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Under Rule 26(b), parties may obtain discovery regarding any nonprivileged matter that is relevant to any party's claim or defense and proportional to the needs of the case considering  the importance of the issues at stake in the action,  the amount in controversy,  the parties' relative access to relevant information,  the parties' resources,  the importance of the discovery in resolving the issues, and  whether the burden or expense of the proposed discovery outweighs its likely benefit. Rulings regarding the proper scope of discovery are matters consigned to the Court's discretion and judgment.
Plaintiff Reynolds Alley alleged that he was injured by a defective snowblower-the Model Number 31A-3BAD762 5.5 HP 22-inch Two Stage Snow Thrower-that Defendants manufactured and sold. Mr. Alley alleged that he was inflating the tire of the snowblower using an air compressor when the tire's plastic rim burst, injuring Alley's hand. Thus, Alley initiated the instant lawsuit. A discovery dispute arose regarding Alley’s Amended Rule 30(b)(6) Deposition Notice and a request for production of documents. In the disputed deposition notice, Alley listed nine topics regarding Defendants' methods for storing, creating, retrieving, and retaining electronically stored information that Alley seeks in discovery. The disputed request for production of documents, Request for Documents No. 6, sought: “[a]ny document including Complaints and correspondence referencing any prior or subsequent claims against you which resulted from the same or similar circumstances as those set forth in the Complaint ... [including] any instance where an individual claims he sustained an injury as a result of use of a similar product.” Alley argued that this request for production of documents requires Defendants to produce all expert reports, deposition transcripts, and discovery responses generated in prior cases involving snowblowers that Defendants manufactured. Defendants filed the Motion for Protective Order, arguing (1) that in his Rule 30(b)(6) deposition notice, Alley sought improper "discovery on discovery" by requesting information on Defendants' storage, creation, retrieval, and retention of documents that Plaintiff seeks in discovery; and (2) that Alley’s discovery requests for documents from prior litigation involving Defendants' snowblowers were not proportional to the needs of this case under Rule 26(b) of the Federal Rules of Civil Procedure.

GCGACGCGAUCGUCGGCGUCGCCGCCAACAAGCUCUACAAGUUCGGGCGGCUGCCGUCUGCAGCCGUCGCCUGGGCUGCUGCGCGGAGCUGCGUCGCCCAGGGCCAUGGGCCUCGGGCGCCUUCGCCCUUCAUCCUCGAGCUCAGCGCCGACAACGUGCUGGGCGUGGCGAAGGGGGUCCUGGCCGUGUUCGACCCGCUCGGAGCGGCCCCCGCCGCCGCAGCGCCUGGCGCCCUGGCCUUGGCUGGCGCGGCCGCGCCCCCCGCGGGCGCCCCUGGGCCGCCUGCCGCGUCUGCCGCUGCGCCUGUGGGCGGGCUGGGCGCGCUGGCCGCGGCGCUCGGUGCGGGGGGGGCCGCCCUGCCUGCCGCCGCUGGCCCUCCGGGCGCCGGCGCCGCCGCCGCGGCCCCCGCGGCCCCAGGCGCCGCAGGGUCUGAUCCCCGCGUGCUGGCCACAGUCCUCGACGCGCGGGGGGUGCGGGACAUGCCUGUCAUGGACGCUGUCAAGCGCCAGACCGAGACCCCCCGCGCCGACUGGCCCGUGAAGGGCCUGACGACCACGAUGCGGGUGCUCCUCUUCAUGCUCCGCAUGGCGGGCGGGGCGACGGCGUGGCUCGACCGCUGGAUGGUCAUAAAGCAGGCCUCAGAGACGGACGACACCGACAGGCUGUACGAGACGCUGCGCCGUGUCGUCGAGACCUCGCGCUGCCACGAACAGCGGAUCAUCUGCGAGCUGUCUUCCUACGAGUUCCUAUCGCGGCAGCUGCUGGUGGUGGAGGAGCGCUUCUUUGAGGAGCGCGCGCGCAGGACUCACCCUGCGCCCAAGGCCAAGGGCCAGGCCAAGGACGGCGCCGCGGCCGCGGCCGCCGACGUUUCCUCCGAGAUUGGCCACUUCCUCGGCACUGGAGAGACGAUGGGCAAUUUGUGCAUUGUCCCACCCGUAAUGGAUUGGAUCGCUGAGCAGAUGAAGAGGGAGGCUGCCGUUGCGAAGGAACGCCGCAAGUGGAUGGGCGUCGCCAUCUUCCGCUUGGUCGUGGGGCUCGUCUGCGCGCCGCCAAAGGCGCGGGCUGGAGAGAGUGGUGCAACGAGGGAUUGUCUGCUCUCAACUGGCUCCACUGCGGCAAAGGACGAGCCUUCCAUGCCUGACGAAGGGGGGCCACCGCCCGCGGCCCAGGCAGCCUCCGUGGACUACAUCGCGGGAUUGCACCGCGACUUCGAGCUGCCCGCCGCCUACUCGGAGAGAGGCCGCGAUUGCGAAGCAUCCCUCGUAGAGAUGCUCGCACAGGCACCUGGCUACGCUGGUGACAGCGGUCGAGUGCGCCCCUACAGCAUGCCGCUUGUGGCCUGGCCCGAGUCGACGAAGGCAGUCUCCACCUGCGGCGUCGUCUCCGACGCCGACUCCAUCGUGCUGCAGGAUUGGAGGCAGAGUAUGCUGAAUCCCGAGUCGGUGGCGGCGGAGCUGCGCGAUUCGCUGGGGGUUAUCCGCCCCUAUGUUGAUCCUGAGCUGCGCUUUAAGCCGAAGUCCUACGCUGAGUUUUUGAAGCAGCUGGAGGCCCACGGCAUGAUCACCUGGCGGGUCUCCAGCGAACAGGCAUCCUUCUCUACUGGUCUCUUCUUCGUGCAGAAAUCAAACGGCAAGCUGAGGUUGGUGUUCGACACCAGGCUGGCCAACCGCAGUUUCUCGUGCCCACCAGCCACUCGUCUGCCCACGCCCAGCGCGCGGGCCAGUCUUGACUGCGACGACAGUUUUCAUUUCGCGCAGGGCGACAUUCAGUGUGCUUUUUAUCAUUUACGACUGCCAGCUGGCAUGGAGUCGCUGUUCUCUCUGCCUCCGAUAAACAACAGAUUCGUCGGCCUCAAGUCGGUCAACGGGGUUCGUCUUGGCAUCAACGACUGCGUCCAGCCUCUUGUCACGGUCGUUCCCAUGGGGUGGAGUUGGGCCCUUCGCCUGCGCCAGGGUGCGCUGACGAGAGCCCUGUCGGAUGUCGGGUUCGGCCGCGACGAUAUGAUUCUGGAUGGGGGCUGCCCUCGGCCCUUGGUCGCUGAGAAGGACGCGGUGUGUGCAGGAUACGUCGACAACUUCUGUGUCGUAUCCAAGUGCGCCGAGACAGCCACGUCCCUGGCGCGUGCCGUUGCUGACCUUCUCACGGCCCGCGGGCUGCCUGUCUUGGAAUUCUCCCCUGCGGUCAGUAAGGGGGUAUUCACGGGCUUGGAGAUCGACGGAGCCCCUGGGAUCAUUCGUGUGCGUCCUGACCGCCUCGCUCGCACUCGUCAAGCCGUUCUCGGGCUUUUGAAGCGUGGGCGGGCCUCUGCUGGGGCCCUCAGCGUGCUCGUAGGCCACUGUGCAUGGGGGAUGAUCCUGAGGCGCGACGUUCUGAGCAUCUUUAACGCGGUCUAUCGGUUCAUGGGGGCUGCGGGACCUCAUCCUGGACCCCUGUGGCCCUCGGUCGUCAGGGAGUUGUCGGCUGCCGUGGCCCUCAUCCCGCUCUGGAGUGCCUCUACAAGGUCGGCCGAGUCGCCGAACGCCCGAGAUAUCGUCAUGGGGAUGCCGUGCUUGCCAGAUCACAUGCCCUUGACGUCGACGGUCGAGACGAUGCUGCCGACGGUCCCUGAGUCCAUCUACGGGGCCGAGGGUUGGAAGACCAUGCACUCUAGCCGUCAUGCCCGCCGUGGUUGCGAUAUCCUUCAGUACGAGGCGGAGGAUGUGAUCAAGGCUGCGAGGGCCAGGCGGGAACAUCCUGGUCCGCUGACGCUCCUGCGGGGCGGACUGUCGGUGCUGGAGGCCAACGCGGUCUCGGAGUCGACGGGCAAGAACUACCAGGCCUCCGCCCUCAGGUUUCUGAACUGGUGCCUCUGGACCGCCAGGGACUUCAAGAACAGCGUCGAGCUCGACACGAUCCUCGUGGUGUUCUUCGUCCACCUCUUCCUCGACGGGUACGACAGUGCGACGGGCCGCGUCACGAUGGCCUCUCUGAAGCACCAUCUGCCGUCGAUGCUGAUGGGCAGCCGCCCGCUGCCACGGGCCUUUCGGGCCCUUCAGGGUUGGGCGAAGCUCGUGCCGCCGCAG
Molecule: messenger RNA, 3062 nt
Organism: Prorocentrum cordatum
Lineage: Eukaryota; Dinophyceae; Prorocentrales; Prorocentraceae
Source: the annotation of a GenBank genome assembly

Should Defendants’ motion be granted on the ground that the requested documents from prior litigation were not proportional to the needs of this case?